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Treatment of Leiomyomata With the Selective Progesterone Receptor Modulator CDB-2914

Phase 2
33 Years
50 Years
Not Enrolling

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Trial Information

Treatment of Leiomyomata With the Selective Progesterone Receptor Modulator CDB-2914

Uterine leiomyomata (fibroids) are a common benign tumor of the uterine muscle in
premenopausal women. These tumors may cause bleeding, pelvic pain and pressure. Because
fibroids grow in the presence of estrogen, medical therapies that decrease estrogen levels
(like GnRH analog) cause fibroids to shrink and so may relieve symptoms. However, such
medication can only be given short-term and has inconvenient side effects such as
hot-flushes. Thus, many women with symptomatic fibroids choose to have them removed
surgically, either individually or by removing the uterus via hysterectomy.

The study evaluates a new medical treatment for fibroids using the progesterone receptor
modulator CDB-2914. A similar compound, mifepristone (Registered Trademark), reduced
fibroid size when given for twelve weeks. This study will compare fibroid size, hormone
levels and symptoms before and during daily administration of CDB-2914 (10 or 25 mg) or
placebo for 10 - 14 weeks. To do this, women will undergo MRI and a saline hysterosonogram
(ultrasound with fluid) of the uterus before and at the end of the treatment; they will have
blood drawn every 7 - 14 days, and will fill out a symptom calendar at home. Hysterectomy
will be performed at the end of the treatment to evaluate the effects of the medication on
the uterine and fibroid tissues, and to provide treatment for the study participant. Women
will be randomly assigned to the treatment groups; during the treatment period neither the
participants nor the investigators will know the type of treatment that a woman receives.

Inclusion Criteria


Women receiving insulin or thyroid hormone replacement may participate if well-controlled;
use of vitamins and calcium under RDA is allowed.

Female gender-to evaluate effects in the target population for clinical trials.

In good health. Chronic medication use is acceptable except for glucocorticoid use. Other
chronic medication use may be acceptable at the discretion of the research team. Interval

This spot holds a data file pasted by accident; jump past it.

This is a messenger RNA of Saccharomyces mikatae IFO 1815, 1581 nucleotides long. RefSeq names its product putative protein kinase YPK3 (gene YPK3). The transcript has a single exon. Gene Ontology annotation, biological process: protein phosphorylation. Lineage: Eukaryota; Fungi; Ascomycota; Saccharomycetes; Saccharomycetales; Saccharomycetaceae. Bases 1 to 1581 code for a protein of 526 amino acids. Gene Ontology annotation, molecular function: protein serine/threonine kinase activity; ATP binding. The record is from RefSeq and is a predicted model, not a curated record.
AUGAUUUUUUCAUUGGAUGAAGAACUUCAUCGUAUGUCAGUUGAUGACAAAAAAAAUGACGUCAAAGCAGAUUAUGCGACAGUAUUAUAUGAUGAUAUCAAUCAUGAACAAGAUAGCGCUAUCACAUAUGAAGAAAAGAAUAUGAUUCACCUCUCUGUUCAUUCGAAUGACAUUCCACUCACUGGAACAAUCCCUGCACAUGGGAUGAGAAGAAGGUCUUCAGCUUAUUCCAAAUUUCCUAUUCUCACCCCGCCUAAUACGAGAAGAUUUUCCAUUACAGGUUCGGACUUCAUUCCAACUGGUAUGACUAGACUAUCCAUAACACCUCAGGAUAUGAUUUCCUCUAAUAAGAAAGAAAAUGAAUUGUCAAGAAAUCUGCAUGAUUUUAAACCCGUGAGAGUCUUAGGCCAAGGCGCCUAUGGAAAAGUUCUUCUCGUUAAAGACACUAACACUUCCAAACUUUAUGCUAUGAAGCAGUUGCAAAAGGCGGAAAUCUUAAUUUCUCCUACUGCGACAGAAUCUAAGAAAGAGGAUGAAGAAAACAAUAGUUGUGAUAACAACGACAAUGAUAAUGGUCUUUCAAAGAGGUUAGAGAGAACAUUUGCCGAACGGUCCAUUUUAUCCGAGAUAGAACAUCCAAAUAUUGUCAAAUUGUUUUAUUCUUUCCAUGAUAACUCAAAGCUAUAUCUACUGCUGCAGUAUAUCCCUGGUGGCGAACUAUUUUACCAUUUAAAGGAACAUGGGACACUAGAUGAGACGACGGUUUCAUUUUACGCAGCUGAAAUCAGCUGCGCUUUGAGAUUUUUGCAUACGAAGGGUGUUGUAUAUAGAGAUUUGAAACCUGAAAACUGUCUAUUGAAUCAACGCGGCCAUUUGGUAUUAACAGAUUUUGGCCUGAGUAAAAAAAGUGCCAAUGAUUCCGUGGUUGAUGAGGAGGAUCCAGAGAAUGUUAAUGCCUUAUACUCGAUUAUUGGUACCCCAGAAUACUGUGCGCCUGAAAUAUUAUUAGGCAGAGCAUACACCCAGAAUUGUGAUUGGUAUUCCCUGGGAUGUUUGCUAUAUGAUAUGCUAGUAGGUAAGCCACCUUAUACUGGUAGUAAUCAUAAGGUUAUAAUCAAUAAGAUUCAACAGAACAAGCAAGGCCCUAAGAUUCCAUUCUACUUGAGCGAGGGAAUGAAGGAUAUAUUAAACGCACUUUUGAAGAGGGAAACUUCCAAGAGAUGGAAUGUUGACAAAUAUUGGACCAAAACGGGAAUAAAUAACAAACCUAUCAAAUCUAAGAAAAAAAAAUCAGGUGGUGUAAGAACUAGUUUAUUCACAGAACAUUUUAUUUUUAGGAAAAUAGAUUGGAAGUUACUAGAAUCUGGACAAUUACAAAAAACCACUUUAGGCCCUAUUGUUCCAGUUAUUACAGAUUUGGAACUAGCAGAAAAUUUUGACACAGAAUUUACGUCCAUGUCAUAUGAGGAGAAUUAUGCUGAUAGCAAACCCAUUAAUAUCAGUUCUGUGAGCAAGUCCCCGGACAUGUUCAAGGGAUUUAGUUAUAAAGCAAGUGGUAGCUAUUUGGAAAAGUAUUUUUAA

use of over-the counter drugs is acceptable but must be recorded.

Menstrual cycles of 24 - 35 days.

Hemoglobin greater than 10 g/dL.

Willing and able to comply with study requirements.

Age 33 to 50.

Using mechanical (condoms, diaphragms), sterilization or abstinence methods of
contraception for the duration of the study.

Negative urine pregnancy test.

BMI less than or equal to 33.

Able to read and speak English fluently to allow accurate self-administration of
medication, recording of symptoms and unassisted completion of questionnaire.

Normal glomerular filtration rate.

Liver function tests within 130% of upper limit.


History of uterine leiomyoma causing symptoms of bleeding, pressure, or pain, as defined
by the ACOG practice bulletin (ACOG Practice Bulletin 1994):

Excessive uterine bleeding will be evidenced by either of the following-profuse bleeding
with flooding or clots or repetitive periods lasting for more than 8 days; or anemia due
to acute or chronic blood loss; OR

Pelvic discomfort caused by leiomyomata, either acute and severe or chronic lower
abdominal or low back pressure or bladder pressure with urinary frequency not due to
urinary tract infection.

Uterine leiomyoma(ta) of at least 2 cm size.

No desire for fertility; willing to undergo hysterectomy.


Significant abnormalities in the history, physical or laboratory examination.



Use of oral, injectable or inhaled glucocorticoids or megesterol within the last year.

Unexplained vaginal bleeding.

History of malignancy within the past 5 years.

Use of estrogen or progesterone-containing compounds, such as oral contraceptives and
hormone replacement therapy, within 8 weeks of study entry, including transdermal,
injectable, vaginal and oral preparations.

Use of agents known to induct hepatic P450 enzymes; use of imidazoles.

Current use of GnRH analogs or other compounds that affect menstrual cyclicity.

FSH greater than 20 IU/mL.

Significant medical disorders.

Cervical dysplasia.

Need for interval use of narcotics.

Abnormal adnexal/ovarian mass.

Intrauterine device.


Use of herbal medication having estrogenic or antiestrogenic effects within the past 3

Contradiction to anesthesia

Genetic causes of leiomyomata.

Previous participation in the study.

Known recent rapid growth of fibroids, defined as a doubling in size in six months.

Type of Study:


Study Design:

Primary Purpose: Treatment

Principal Investigator

Lynnette K Nieman, M.D.

Investigator Role:

Principal Investigator

Investigator Affiliation:

Eunice Kennedy Shriver National Institute of Child Health and Human Development (NICHD)


United States: Federal Government

Study ID:




Start Date:

September 2002

Completion Date:

June 2007

Related Keywords:

  • Leiomyoma
  • Endometrium
  • Progesterone
  • Estrogen
  • Leiomyoma
  • Uterine Leiomyoma
  • Uterine Fibroids
  • Fibroids
  • Leiomyoma
  • Myofibroma



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